The industry has waited decades for a single disclosure regime to comply with the requirements of Truth in Lending Act (TILA) and Real Estate Settlement Procedures Act (RESPA). Each time it seemed as if it might happen (for example, in the late 90s or around 2010). It never did, but the rule that some have referred to as the “holy grail” was finally mandated by the Dodd-Frank Wall Street Reform and Consumer Protection Act (the Dodd-Frank Act). The Dodd-Frank Act required the Consumer Financial Protection Bureau (CFPB) to issue a rule integrating the disclosures required under TILA and RESPA, which it did in November 2013 (Rule). The CFPB provided an implementation period of about 20 months, giving the Rule an effective date of August 1, 2015.
Now that only seven months remain before the effective date, it is imperative for all mortgage lenders to begin preparing for August 1, 2015, if they have not done so. This article provides the compliance professional with a brief overview of some of the major provisions of the Rule and discusses some issues you should consider as you implement the Rule.
The Rule is More than just a Change in Disclosures
The Rule’s single, integrated disclosure regime will replace the current disclosure for loans subject to the Rule, and, as a result, may streamline compliance in some ways. The Loan Estimate (LE) will replace the initial Truth in Lending disclosure and Good Faith Estimate. The Closing Disclosure (CD) will replace the final Truth in Lending disclosure and the HUD-1 settlement statement (HUD-1). Going from four disclosures to two, with one set of rules, should ease some of the difficulties with the duplicative and sometimes divergent disclosure regimes under the current TILA and RESPA rules.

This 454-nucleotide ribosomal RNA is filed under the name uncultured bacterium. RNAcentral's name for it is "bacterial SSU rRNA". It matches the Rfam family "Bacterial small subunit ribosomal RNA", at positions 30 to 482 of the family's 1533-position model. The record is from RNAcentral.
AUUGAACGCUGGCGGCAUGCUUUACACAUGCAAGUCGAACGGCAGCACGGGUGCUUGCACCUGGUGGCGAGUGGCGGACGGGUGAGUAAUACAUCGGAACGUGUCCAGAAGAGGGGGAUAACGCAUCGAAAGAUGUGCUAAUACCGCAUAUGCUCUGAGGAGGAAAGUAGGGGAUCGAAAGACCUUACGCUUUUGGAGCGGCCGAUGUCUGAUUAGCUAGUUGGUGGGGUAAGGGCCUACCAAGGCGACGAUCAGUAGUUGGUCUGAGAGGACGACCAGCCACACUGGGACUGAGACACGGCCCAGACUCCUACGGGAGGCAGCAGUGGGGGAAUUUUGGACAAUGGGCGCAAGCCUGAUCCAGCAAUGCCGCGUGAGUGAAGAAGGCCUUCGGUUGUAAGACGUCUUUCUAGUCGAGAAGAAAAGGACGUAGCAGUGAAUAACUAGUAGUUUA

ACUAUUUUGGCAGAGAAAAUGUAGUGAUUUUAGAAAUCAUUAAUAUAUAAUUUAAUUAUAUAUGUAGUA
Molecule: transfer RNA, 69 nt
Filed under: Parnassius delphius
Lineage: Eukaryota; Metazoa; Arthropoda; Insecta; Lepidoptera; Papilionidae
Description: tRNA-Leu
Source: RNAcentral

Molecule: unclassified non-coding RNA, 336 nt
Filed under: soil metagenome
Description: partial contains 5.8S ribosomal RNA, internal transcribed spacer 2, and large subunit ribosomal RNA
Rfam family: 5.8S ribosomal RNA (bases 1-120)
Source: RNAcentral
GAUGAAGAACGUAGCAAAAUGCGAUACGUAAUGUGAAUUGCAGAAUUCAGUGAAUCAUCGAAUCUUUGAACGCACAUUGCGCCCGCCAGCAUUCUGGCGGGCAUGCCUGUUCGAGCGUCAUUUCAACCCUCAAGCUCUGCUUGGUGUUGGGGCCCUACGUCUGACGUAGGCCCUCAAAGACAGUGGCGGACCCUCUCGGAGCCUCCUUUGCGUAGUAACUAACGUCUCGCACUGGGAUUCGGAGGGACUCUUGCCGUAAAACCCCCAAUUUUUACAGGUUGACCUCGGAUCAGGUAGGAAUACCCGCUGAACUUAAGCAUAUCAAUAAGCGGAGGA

But, the Rule also represents a significant compliance challenge. It is more than just a “swap out” of disclosures that you can rely on your vendor to implement. The Rule makes significant changes to the origination, processing, and closing of mortgage loans, and requires business decisions at all stages of the transactions. In addition, the Rule does not integrate the disclosures for all loans subject to TILA and RESPA. Instead, the CFPB left mortgage loans not covered by the Rule subject to their current disclosure requirements. The CFPB stated they will take up these other loans, such as home equity lines of credit and reverse mortgages, in future rulemakings. Therefore, instead of replacing the current duplicative disclosure regime under TILA and RESPA, it is better to consider the Rule as adding a new disclosure regime for mortgage lenders to add to their compliance responsibilities. For this reason, the Rule represents a significant implementation and ongoing compliance challenge.